5 subreddits every developer should follow - Heart Internet Blog - Focusing on all aspects of the web

Reddit is a great place for software developers to go to tap into the spectrum of community knowledge that’s out there. If you’re new to Reddit, it’s a user-generated online community, a social media platform, a news aggregator and, in its own humble opinion, “the front page of the internet”.

Whether you’re a rookie or a seasoned trooper, there will be a few subreddits you can learn from and/or contribute valuable insight to. Regularly checking a few carefully-chosen subreddits can help you stay up-to-date with the news in your chosen field. It’s also a great way to canvass the skills and wisdom of other developers to get a quick tip about an obscure piece of coding lore. A quick query on the right subreddit can save the day.

Here’s a rundown of five subreddits that can offer you everything from a beginners’ bootstrap to the sage advice of veterans:

Subreddit #1: r/Programming

Members: 2.9 million

This is one of the longest-established subreddits (going back to February 2006, about six months after the whole platform was launched). Typically, the threads feature professionals comparing notes and sharing tips. Reading that can, in itself, be a really useful learning tool, although this subreddit isn’t really concerned with tutorials or helping to uplift newbies. That’s what r/LearnProgramming is for!

This subreddit covers a wide and ever-changing range of subjects which is why, in common with other such wildly-popular subreddits, the moderators have put together a detailed FAQ, which covers many of the most common subjects and also features links to other helpful resources, such as the blogs you must read (but can’t admit to), or the books other programmers recommend you read. There are even links to another useful user community: Stack Overflow, which could be thought of as one of Reddit’s competitors.

Subreddit #2: r/LearnProgramming

Members: 1.7million

If you’re new to the world of coding, or are simply embarking on a language that’s new to you, the first and most obvious place to go is r/LearnProgramming. Since this is a subreddit dedicated to helping you understand programming in literally any language, there is a vast amount of information here. As it covers such a wide spectrum of languages, you might have to hunt for the information you’re looking for relating to your specific language or query.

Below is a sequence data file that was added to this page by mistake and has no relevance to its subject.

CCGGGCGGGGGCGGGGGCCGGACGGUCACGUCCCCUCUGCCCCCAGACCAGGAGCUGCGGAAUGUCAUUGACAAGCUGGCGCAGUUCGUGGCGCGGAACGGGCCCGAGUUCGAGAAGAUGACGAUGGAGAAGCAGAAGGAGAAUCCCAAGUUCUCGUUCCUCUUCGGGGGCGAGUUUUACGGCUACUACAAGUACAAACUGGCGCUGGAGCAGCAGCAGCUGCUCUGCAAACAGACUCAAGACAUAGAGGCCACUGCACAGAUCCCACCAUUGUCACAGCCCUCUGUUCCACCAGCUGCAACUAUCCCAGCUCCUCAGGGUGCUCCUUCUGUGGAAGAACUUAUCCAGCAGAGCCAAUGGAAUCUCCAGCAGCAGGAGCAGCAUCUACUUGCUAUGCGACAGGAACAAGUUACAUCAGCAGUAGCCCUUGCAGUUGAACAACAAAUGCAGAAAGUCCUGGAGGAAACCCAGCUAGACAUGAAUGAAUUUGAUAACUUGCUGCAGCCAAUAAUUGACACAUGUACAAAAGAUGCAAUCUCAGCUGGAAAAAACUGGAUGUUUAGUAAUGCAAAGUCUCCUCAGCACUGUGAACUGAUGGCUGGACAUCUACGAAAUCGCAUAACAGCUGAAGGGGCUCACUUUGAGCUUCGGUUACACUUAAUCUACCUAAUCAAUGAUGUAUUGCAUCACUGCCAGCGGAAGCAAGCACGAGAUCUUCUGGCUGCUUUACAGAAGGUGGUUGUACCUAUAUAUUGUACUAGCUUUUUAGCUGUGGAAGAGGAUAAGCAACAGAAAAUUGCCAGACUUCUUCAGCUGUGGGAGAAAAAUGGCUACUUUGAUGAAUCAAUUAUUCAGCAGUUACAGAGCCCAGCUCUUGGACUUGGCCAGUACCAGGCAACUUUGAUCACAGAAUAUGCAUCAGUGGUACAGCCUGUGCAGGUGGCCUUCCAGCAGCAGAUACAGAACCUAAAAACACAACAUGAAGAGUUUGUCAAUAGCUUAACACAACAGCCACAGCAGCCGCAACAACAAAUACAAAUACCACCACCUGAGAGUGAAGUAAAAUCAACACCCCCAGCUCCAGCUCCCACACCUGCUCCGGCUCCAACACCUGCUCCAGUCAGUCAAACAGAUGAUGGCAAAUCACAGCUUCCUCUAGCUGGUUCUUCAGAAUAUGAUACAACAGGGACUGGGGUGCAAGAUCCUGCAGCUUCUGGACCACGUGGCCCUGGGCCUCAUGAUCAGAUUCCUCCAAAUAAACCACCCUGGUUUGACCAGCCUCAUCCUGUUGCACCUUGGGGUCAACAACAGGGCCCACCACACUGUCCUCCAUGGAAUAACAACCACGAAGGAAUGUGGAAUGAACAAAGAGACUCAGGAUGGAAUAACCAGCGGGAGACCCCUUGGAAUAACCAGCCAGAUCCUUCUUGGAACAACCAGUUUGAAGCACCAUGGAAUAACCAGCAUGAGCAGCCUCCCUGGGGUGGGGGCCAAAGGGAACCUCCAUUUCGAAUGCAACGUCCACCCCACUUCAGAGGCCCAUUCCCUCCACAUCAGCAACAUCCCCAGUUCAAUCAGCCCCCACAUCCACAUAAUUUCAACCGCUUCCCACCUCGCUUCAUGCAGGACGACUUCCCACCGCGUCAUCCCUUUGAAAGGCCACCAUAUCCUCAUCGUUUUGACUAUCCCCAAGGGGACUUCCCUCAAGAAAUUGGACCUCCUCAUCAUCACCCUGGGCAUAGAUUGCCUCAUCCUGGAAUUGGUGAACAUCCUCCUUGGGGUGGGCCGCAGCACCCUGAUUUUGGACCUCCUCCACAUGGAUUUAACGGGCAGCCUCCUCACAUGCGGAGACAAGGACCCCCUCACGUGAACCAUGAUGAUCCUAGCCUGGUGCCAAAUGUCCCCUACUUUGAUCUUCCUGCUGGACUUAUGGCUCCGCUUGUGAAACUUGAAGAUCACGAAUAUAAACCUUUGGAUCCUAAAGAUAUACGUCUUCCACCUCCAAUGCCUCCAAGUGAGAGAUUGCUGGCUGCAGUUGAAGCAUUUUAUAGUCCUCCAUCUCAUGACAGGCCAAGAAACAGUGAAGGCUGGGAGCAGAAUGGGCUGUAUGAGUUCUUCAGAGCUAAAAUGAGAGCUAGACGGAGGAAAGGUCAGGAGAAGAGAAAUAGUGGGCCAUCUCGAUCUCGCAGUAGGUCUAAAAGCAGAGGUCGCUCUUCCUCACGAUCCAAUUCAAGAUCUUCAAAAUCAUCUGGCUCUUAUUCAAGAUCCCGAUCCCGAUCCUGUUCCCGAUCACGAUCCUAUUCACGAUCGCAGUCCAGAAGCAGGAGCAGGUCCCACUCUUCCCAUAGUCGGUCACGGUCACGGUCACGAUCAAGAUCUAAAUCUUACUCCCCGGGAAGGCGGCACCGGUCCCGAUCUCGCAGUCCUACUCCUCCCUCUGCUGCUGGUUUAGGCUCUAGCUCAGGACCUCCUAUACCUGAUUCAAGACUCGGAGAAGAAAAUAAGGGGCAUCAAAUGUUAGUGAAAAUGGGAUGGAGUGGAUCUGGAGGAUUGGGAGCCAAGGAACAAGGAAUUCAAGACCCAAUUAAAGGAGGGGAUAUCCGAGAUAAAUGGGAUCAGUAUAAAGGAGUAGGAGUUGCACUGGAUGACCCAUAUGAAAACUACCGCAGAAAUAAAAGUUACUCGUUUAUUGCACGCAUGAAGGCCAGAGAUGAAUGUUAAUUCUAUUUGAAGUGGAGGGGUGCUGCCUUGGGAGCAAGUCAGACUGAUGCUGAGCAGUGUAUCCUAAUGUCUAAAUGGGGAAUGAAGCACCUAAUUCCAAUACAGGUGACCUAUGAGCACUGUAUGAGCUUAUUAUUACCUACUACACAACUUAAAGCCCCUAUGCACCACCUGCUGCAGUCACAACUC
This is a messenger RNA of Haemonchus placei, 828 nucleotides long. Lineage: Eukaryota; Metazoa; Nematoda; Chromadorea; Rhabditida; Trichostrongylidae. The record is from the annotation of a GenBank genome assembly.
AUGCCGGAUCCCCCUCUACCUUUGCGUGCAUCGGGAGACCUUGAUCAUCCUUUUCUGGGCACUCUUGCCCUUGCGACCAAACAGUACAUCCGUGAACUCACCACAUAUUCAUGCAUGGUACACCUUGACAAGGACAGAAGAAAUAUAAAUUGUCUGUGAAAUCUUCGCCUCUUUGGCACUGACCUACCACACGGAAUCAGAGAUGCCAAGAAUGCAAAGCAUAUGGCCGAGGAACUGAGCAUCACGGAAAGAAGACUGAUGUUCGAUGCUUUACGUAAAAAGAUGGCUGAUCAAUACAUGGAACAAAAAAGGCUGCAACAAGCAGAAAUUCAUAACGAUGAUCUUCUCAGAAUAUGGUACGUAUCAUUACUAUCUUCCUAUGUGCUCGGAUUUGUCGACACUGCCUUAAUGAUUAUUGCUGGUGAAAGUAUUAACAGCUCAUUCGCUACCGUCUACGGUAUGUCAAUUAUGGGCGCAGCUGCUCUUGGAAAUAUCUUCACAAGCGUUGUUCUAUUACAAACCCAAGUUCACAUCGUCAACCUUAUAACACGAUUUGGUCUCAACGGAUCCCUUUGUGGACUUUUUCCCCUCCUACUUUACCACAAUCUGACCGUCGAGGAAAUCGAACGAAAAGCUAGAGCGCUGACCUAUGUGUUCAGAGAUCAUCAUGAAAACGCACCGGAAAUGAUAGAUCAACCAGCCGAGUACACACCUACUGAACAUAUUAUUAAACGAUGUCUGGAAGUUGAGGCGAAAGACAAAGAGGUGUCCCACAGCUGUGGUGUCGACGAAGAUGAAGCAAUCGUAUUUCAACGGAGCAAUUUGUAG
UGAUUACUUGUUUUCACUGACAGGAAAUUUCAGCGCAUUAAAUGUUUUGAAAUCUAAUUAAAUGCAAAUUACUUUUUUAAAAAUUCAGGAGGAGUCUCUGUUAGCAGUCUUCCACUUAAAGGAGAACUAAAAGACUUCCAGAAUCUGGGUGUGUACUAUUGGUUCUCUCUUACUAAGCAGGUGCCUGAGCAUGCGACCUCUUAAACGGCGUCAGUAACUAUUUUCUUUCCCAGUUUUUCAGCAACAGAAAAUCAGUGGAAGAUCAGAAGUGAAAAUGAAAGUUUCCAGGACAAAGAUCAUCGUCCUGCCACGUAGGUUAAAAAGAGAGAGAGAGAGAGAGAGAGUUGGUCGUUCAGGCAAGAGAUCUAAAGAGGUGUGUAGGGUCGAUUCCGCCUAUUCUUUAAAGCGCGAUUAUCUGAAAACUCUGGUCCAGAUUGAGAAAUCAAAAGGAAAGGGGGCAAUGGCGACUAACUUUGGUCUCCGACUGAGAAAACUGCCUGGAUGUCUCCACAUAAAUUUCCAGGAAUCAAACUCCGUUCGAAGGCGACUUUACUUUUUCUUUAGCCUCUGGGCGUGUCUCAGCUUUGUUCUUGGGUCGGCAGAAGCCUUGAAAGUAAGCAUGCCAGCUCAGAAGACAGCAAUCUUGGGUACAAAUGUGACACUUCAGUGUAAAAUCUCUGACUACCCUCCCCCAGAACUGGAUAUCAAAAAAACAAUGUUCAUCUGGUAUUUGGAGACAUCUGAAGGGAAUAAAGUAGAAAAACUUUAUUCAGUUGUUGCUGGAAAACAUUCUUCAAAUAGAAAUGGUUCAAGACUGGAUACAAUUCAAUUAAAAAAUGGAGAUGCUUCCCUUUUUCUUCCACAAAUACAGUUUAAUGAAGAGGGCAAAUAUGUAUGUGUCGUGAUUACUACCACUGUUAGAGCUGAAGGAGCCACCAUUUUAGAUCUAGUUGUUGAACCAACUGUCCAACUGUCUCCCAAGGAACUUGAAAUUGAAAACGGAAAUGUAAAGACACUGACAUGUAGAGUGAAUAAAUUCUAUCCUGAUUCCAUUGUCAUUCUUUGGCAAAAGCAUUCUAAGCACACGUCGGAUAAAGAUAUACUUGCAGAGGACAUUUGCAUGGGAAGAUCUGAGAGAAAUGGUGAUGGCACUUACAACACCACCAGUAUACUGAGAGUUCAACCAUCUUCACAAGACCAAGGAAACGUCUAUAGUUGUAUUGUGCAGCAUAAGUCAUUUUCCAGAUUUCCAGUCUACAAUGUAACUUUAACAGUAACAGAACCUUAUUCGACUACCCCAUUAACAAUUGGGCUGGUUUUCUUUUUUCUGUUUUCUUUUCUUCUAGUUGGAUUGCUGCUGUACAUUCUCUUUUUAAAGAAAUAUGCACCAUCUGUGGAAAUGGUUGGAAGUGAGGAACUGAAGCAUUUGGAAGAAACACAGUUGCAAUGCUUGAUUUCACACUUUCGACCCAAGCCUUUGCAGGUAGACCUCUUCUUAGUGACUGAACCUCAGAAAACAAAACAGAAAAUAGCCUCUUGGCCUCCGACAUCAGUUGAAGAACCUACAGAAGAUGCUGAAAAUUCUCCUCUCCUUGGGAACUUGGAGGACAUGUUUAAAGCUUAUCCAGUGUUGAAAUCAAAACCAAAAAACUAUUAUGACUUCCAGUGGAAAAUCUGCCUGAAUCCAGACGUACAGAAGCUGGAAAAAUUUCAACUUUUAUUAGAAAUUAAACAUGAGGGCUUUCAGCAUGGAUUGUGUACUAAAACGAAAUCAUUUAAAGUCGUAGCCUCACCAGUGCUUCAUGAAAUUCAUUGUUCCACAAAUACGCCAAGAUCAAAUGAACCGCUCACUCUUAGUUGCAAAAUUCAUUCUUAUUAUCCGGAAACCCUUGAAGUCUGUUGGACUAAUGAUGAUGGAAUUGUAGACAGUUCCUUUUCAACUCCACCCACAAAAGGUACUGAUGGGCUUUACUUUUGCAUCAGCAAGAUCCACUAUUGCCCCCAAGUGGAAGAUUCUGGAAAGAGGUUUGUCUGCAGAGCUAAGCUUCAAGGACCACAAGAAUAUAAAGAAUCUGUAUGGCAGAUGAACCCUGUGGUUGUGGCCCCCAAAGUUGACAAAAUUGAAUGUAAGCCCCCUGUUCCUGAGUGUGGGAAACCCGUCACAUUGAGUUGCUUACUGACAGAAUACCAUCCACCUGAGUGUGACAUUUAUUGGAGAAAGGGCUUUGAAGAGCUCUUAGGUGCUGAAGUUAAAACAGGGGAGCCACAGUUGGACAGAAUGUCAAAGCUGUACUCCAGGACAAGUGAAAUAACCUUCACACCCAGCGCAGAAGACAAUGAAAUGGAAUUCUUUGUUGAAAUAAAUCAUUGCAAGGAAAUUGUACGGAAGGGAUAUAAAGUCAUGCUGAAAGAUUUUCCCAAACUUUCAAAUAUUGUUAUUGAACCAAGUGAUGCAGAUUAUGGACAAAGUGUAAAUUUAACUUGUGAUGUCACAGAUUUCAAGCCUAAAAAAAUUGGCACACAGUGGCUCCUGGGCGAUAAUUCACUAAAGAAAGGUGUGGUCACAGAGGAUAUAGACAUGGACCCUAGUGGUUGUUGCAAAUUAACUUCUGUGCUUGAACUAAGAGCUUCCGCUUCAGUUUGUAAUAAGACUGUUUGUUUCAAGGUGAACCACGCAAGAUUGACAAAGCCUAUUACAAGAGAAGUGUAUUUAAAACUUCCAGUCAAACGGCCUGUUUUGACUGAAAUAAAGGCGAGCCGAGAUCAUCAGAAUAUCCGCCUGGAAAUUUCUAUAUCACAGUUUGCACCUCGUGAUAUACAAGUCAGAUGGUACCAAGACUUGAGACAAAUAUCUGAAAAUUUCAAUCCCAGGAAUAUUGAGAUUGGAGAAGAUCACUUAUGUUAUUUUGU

The admins have helpfully put together an extensive FAQ to help you with the most common issues developers encounter. So, that should really be your first port of call, as it might be the quickest solution to your problem.

Subreddit #3: r/webdev

Members: 578,000

Possibly the most obvious place to go for matters relating to web dev is r/webdev. If you’re looking to develop existing skills or looking for work, r/webdev, describes itself as “a community dedicated to all things web development: both front-end and back-end”. Although it’s more of a discussion forum than a place to find tutorials, this subreddit offers a monthly ‘Getting Started / Web Dev Career’ thread, which is updated constantly throughout the month – so it’s a great place to visit regularly if you’re looking for your next web dev challenge.

Again, they have assembled a brilliantly inclusive FAQ which deals with a lot of the most commonly-occurring issues, plus there are links branching out to official websites and other subreddits dealing with specific languages.

Subreddit #4: r/coding

Members: 253,000

Similar to r/LearnProgramming, this subreddit is rich with advice and inspiration, which seasoned professionals are happy to share. It isn’t formally about tutorials, it’s a discussion forum but, with coders swapping tips and tricks, libraries and tools, you can learn a lot.

Like r/Programming, this subreddit covers a range of development tasks and languages, so you might need to filter through the subjects covered, looking for your own area of interest. As it says in the ‘About’ panel, r/coding is for “a pure discussion of programming with a strict policy of programming-related discussions. As a general policy, if your article doesn’t have a few lines of code in it, it probably doesn’t belong here.”

Subreddit #5: r/Frontend

Members: 101,000.

This rapidly-growing subreddit claims, semi-seriously, that it has been “bringing the web out of 2007 since 2013”. It is a community of frontend developers and it deals with new tools and resources, new standards, new techniques and news.

It’s a great place for web developers who want to be involved in the cutting-edge of moving the web forward. It is full of pro-tips, useful links and up-to-the-minute discussions on everything to do with the front end of the internet.

The language of subreddit:

It’s worth bearing in mind that, as well as these industry-focused threads, there are also specific dedicated subreddits for most languages, like:

  • C (90,000 members)
  • C++ (154, 000 members)
  • CSS (74,000 members)
  • HTML (25,000 members)
  • HTML5 (34,000 members)
  • Java (202,000 members)
  • Javascript (1.1 million members)
  • PHP (127,000 members)
  • Python (665,000 members)
  • SQL (71,000 members)

If you’ve found a subreddit that you visit regularly and find particularly useful, or you can recommend a subreddit that helped you when you were starting out, share the love by visiting us on Facebook or Twitter and tell the world.

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